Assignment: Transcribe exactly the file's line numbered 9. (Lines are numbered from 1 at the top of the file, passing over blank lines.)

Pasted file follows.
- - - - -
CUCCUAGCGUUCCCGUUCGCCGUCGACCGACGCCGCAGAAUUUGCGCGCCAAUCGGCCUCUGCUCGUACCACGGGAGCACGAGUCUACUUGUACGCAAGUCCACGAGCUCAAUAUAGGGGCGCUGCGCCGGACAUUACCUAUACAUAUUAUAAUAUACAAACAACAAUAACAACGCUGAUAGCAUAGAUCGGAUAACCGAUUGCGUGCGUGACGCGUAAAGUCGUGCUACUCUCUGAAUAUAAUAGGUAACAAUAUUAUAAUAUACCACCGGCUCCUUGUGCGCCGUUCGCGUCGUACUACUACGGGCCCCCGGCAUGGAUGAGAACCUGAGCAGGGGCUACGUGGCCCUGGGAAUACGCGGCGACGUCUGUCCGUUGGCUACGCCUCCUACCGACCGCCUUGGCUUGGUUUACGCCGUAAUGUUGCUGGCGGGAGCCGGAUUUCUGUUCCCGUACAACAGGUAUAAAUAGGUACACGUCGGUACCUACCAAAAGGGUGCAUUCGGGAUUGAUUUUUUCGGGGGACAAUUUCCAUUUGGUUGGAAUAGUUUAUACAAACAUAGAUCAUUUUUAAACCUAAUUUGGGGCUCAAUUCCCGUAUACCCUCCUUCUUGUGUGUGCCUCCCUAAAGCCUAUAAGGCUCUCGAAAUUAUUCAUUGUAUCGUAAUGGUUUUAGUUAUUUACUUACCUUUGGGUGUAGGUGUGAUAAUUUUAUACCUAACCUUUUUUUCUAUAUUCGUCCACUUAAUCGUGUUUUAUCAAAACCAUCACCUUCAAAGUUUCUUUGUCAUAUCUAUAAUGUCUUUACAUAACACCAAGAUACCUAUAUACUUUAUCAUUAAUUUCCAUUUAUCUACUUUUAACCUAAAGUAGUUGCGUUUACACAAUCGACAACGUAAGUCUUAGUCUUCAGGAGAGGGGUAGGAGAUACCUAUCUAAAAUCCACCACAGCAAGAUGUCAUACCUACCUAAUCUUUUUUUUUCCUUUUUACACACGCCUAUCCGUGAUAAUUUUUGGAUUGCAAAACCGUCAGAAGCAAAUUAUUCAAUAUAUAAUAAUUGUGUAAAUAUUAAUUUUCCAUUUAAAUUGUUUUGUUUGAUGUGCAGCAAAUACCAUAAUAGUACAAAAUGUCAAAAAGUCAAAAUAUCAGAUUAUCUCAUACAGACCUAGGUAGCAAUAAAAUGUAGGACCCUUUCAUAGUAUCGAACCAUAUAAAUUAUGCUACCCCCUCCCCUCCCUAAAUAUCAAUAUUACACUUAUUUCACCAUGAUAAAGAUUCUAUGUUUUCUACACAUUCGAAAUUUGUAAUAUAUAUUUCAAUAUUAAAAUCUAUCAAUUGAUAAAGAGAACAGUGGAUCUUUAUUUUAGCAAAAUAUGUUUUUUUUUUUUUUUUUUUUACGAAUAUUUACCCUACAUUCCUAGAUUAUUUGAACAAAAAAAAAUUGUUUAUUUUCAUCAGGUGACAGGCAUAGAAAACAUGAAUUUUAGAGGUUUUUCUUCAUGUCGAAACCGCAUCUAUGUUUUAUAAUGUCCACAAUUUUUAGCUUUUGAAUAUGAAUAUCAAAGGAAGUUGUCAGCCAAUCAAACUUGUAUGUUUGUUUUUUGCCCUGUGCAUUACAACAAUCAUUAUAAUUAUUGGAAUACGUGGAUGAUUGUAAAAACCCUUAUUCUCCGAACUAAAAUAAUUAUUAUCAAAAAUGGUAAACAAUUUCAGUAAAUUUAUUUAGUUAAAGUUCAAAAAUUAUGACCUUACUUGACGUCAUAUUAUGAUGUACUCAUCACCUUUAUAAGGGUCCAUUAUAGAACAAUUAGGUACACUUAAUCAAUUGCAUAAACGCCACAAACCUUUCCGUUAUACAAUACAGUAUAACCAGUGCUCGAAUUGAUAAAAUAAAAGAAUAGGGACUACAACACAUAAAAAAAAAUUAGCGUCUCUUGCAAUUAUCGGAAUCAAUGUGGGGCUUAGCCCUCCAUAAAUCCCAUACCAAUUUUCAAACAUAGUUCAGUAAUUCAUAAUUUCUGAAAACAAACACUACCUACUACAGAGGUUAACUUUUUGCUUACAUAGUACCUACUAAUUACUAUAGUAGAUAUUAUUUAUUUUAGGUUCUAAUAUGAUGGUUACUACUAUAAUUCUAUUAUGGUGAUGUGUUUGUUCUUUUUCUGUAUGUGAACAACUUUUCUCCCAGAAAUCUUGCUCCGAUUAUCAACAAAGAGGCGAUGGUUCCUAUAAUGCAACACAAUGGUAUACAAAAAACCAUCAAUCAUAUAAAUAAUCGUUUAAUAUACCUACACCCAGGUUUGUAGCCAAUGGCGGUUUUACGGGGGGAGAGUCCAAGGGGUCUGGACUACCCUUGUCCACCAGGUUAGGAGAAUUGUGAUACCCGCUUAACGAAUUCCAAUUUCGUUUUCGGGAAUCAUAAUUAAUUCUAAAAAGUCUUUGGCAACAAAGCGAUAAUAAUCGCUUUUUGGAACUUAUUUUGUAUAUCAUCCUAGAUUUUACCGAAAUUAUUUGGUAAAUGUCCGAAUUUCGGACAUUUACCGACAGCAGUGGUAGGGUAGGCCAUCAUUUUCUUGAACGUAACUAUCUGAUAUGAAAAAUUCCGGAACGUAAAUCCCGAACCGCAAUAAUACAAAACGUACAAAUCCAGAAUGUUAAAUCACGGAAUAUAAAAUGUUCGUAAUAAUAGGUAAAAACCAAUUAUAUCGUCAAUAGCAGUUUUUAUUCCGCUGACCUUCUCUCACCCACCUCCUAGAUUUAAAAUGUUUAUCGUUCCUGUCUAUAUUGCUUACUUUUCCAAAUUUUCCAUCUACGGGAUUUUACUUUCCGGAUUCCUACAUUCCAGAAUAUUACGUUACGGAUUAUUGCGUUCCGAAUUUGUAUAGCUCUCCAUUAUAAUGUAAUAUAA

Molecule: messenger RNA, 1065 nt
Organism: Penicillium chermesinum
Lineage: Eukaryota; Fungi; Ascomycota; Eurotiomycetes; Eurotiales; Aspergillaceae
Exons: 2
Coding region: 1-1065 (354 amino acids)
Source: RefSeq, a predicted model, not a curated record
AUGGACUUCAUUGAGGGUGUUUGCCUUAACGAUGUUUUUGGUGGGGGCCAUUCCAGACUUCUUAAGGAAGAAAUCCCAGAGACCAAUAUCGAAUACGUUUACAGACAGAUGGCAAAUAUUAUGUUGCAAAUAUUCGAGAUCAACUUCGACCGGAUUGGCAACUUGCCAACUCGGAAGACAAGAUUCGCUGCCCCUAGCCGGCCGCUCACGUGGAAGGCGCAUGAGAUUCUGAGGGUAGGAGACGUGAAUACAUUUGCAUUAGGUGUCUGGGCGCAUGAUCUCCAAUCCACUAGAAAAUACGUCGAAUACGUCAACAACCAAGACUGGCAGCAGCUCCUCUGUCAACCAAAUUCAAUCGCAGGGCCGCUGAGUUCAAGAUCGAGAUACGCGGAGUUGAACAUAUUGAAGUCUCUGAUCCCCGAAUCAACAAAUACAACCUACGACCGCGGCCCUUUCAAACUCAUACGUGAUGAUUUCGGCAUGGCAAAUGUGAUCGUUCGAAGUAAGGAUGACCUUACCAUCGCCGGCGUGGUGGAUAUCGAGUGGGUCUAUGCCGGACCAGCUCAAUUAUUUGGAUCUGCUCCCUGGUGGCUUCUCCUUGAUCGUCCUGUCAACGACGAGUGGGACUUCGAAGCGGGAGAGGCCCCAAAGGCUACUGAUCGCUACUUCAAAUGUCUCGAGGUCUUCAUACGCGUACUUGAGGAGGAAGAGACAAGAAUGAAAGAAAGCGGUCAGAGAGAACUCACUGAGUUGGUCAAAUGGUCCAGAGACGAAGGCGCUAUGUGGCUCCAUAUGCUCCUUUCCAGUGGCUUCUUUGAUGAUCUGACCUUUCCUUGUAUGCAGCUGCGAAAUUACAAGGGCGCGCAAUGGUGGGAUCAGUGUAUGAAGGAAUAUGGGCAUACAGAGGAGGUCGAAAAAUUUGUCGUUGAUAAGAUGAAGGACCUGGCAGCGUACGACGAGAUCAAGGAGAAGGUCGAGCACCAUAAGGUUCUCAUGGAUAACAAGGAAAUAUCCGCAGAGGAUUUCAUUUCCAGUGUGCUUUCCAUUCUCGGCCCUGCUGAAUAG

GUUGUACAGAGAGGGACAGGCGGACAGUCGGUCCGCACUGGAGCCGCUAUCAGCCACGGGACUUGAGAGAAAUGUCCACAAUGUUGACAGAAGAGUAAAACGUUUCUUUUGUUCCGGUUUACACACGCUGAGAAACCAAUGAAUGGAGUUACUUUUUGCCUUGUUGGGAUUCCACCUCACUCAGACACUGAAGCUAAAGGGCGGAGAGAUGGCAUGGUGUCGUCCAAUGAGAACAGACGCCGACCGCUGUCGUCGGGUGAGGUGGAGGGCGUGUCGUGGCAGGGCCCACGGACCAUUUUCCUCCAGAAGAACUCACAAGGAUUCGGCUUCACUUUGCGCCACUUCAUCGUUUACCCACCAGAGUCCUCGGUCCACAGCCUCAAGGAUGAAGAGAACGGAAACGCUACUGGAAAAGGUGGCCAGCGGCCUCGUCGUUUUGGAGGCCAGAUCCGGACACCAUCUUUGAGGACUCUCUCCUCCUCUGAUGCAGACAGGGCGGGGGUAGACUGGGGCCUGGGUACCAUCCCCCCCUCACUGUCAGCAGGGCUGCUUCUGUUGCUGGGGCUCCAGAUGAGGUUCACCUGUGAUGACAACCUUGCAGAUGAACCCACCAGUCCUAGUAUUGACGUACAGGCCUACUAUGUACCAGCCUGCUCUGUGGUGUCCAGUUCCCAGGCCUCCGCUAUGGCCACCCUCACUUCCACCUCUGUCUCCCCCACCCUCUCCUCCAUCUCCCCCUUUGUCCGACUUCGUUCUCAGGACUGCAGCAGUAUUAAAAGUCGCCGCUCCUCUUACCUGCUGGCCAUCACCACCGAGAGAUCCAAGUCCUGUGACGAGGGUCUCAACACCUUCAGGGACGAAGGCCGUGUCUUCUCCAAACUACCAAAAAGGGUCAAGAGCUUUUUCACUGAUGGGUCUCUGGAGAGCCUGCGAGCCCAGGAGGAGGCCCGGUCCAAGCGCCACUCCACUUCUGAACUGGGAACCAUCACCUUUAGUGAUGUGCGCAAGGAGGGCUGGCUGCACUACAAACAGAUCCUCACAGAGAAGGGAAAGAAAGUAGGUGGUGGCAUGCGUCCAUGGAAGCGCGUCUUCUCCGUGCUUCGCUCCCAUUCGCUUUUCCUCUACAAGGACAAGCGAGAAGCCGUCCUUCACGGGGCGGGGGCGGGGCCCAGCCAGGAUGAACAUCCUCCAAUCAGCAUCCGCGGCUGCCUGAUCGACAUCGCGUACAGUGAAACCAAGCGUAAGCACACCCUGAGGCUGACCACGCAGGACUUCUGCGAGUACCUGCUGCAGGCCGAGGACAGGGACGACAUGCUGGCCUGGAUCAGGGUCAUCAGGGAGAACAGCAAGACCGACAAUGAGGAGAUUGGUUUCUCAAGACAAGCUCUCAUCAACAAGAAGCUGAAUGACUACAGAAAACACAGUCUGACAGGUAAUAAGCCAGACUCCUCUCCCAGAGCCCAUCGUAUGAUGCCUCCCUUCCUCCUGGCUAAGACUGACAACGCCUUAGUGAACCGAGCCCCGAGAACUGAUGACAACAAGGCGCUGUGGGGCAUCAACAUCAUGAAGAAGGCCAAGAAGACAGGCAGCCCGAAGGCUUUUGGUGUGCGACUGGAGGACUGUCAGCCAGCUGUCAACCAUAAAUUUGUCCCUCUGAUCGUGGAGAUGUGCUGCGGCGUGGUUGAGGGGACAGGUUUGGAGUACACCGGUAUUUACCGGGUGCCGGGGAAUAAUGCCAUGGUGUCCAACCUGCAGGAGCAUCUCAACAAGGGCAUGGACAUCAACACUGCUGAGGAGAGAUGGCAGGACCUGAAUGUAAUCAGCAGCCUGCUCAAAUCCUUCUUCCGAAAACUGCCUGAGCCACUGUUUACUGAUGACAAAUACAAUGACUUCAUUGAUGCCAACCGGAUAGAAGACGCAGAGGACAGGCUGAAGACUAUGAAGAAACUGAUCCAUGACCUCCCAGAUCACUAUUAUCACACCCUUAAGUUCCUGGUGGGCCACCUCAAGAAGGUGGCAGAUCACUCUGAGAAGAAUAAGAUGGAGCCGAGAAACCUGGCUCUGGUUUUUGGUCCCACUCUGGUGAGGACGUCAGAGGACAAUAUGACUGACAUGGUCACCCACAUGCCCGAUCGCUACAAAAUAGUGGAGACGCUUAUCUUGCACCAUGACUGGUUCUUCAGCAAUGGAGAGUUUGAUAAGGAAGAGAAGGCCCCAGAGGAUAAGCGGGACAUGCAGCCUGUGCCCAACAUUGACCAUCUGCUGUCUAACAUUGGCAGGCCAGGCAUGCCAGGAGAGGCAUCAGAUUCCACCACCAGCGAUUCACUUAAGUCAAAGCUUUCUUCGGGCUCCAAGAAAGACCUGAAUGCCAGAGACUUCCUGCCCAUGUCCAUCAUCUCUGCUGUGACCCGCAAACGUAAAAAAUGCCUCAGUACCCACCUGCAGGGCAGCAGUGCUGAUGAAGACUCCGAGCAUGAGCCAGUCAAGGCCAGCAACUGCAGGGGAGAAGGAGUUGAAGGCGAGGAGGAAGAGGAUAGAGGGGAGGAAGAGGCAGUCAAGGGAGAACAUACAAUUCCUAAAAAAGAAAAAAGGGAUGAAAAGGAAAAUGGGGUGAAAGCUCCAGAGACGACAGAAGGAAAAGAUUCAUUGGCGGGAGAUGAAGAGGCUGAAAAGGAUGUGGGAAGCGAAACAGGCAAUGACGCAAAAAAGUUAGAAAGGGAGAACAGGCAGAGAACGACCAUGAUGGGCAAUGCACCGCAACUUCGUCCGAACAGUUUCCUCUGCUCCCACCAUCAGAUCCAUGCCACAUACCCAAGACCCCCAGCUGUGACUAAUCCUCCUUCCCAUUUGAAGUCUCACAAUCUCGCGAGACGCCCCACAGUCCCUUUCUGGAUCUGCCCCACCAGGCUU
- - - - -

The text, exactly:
GUUGUACAGAGAGGGACAGGCGGACAGUCGGUCCGCACUGGAGCCGCUAUCAGCCACGGGACUUGAGAGAAAUGUCCACAAUGUUGACAGAAGAGUAAAACGUUUCUUUUGUUCCGGUUUACACACGCUGAGAAACCAAUGAAUGGAGUUACUUUUUGCCUUGUUGGGAUUCCACCUCACUCAGACACUGAAGCUAAAGGGCGGAGAGAUGGCAUGGUGUCGUCCAAUGAGAACAGACGCCGACCGCUGUCGUCGGGUGAGGUGGAGGGCGUGUCGUGGCAGGGCCCACGGACCAUUUUCCUCCAGAAGAACUCACAAGGAUUCGGCUUCACUUUGCGCCACUUCAUCGUUUACCCACCAGAGUCCUCGGUCCACAGCCUCAAGGAUGAAGAGAACGGAAACGCUACUGGAAAAGGUGGCCAGCGGCCUCGUCGUUUUGGAGGCCAGAUCCGGACACCAUCUUUGAGGACUCUCUCCUCCUCUGAUGCAGACAGGGCGGGGGUAGACUGGGGCCUGGGUACCAUCCCCCCCUCACUGUCAGCAGGGCUGCUUCUGUUGCUGGGGCUCCAGAUGAGGUUCACCUGUGAUGACAACCUUGCAGAUGAACCCACCAGUCCUAGUAUUGACGUACAGGCCUACUAUGUACCAGCCUGCUCUGUGGUGUCCAGUUCCCAGGCCUCCGCUAUGGCCACCCUCACUUCCACCUCUGUCUCCCCCACCCUCUCCUCCAUCUCCCCCUUUGUCCGACUUCGUUCUCAGGACUGCAGCAGUAUUAAAAGUCGCCGCUCCUCUUACCUGCUGGCCAUCACCACCGAGAGAUCCAAGUCCUGUGACGAGGGUCUCAACACCUUCAGGGACGAAGGCCGUGUCUUCUCCAAACUACCAAAAAGGGUCAAGAGCUUUUUCACUGAUGGGUCUCUGGAGAGCCUGCGAGCCCAGGAGGAGGCCCGGUCCAAGCGCCACUCCACUUCUGAACUGGGAACCAUCACCUUUAGUGAUGUGCGCAAGGAGGGCUGGCUGCACUACAAACAGAUCCUCACAGAGAAGGGAAAGAAAGUAGGUGGUGGCAUGCGUCCAUGGAAGCGCGUCUUCUCCGUGCUUCGCUCCCAUUCGCUUUUCCUCUACAAGGACAAGCGAGAAGCCGUCCUUCACGGGGCGGGGGCGGGGCCCAGCCAGGAUGAACAUCCUCCAAUCAGCAUCCGCGGCUGCCUGAUCGACAUCGCGUACAGUGAAACCAAGCGUAAGCACACCCUGAGGCUGACCACGCAGGACUUCUGCGAGUACCUGCUGCAGGCCGAGGACAGGGACGACAUGCUGGCCUGGAUCAGGGUCAUCAGGGAGAACAGCAAGACCGACAAUGAGGAGAUUGGUUUCUCAAGACAAGCUCUCAUCAACAAGAAGCUGAAUGACUACAGAAAACACAGUCUGACAGGUAAUAAGCCAGACUCCUCUCCCAGAGCCCAUCGUAUGAUGCCUCCCUUCCUCCUGGCUAAGACUGACAACGCCUUAGUGAACCGAGCCCCGAGAACUGAUGACAACAAGGCGCUGUGGGGCAUCAACAUCAUGAAGAAGGCCAAGAAGACAGGCAGCCCGAAGGCUUUUGGUGUGCGACUGGAGGACUGUCAGCCAGCUGUCAACCAUAAAUUUGUCCCUCUGAUCGUGGAGAUGUGCUGCGGCGUGGUUGAGGGGACAGGUUUGGAGUACACCGGUAUUUACCGGGUGCCGGGGAAUAAUGCCAUGGUGUCCAACCUGCAGGAGCAUCUCAACAAGGGCAUGGACAUCAACACUGCUGAGGAGAGAUGGCAGGACCUGAAUGUAAUCAGCAGCCUGCUCAAAUCCUUCUUCCGAAAACUGCCUGAGCCACUGUUUACUGAUGACAAAUACAAUGACUUCAUUGAUGCCAACCGGAUAGAAGACGCAGAGGACAGGCUGAAGACUAUGAAGAAACUGAUCCAUGACCUCCCAGAUCACUAUUAUCACACCCUUAAGUUCCUGGUGGGCCACCUCAAGAAGGUGGCAGAUCACUCUGAGAAGAAUAAGAUGGAGCCGAGAAACCUGGCUCUGGUUUUUGGUCCCACUCUGGUGAGGACGUCAGAGGACAAUAUGACUGACAUGGUCACCCACAUGCCCGAUCGCUACAAAAUAGUGGAGACGCUUAUCUUGCACCAUGACUGGUUCUUCAGCAAUGGAGAGUUUGAUAAGGAAGAGAAGGCCCCAGAGGAUAAGCGGGACAUGCAGCCUGUGCCCAACAUUGACCAUCUGCUGUCUAACAUUGGCAGGCCAGGCAUGCCAGGAGAGGCAUCAGAUUCCACCACCAGCGAUUCACUUAAGUCAAAGCUUUCUUCGGGCUCCAAGAAAGACCUGAAUGCCAGAGACUUCCUGCCCAUGUCCAUCAUCUCUGCUGUGACCCGCAAACGUAAAAAAUGCCUCAGUACCCACCUGCAGGGCAGCAGUGCUGAUGAAGACUCCGAGCAUGAGCCAGUCAAGGCCAGCAACUGCAGGGGAGAAGGAGUUGAAGGCGAGGAGGAAGAGGAUAGAGGGGAGGAAGAGGCAGUCAAGGGAGAACAUACAAUUCCUAAAAAAGAAAAAAGGGAUGAAAAGGAAAAUGGGGUGAAAGCUCCAGAGACGACAGAAGGAAAAGAUUCAUUGGCGGGAGAUGAAGAGGCUGAAAAGGAUGUGGGAAGCGAAACAGGCAAUGACGCAAAAAAGUUAGAAAGGGAGAACAGGCAGAGAACGACCAUGAUGGGCAAUGCACCGCAACUUCGUCCGAACAGUUUCCUCUGCUCCCACCAUCAGAUCCAUGCCACAUACCCAAGACCCCCAGCUGUGACUAAUCCUCCUUCCCAUUUGAAGUCUCACAAUCUCGCGAGACGCCCCACAGUCCCUUUCUGGAUCUGCCCCACCAGGCUU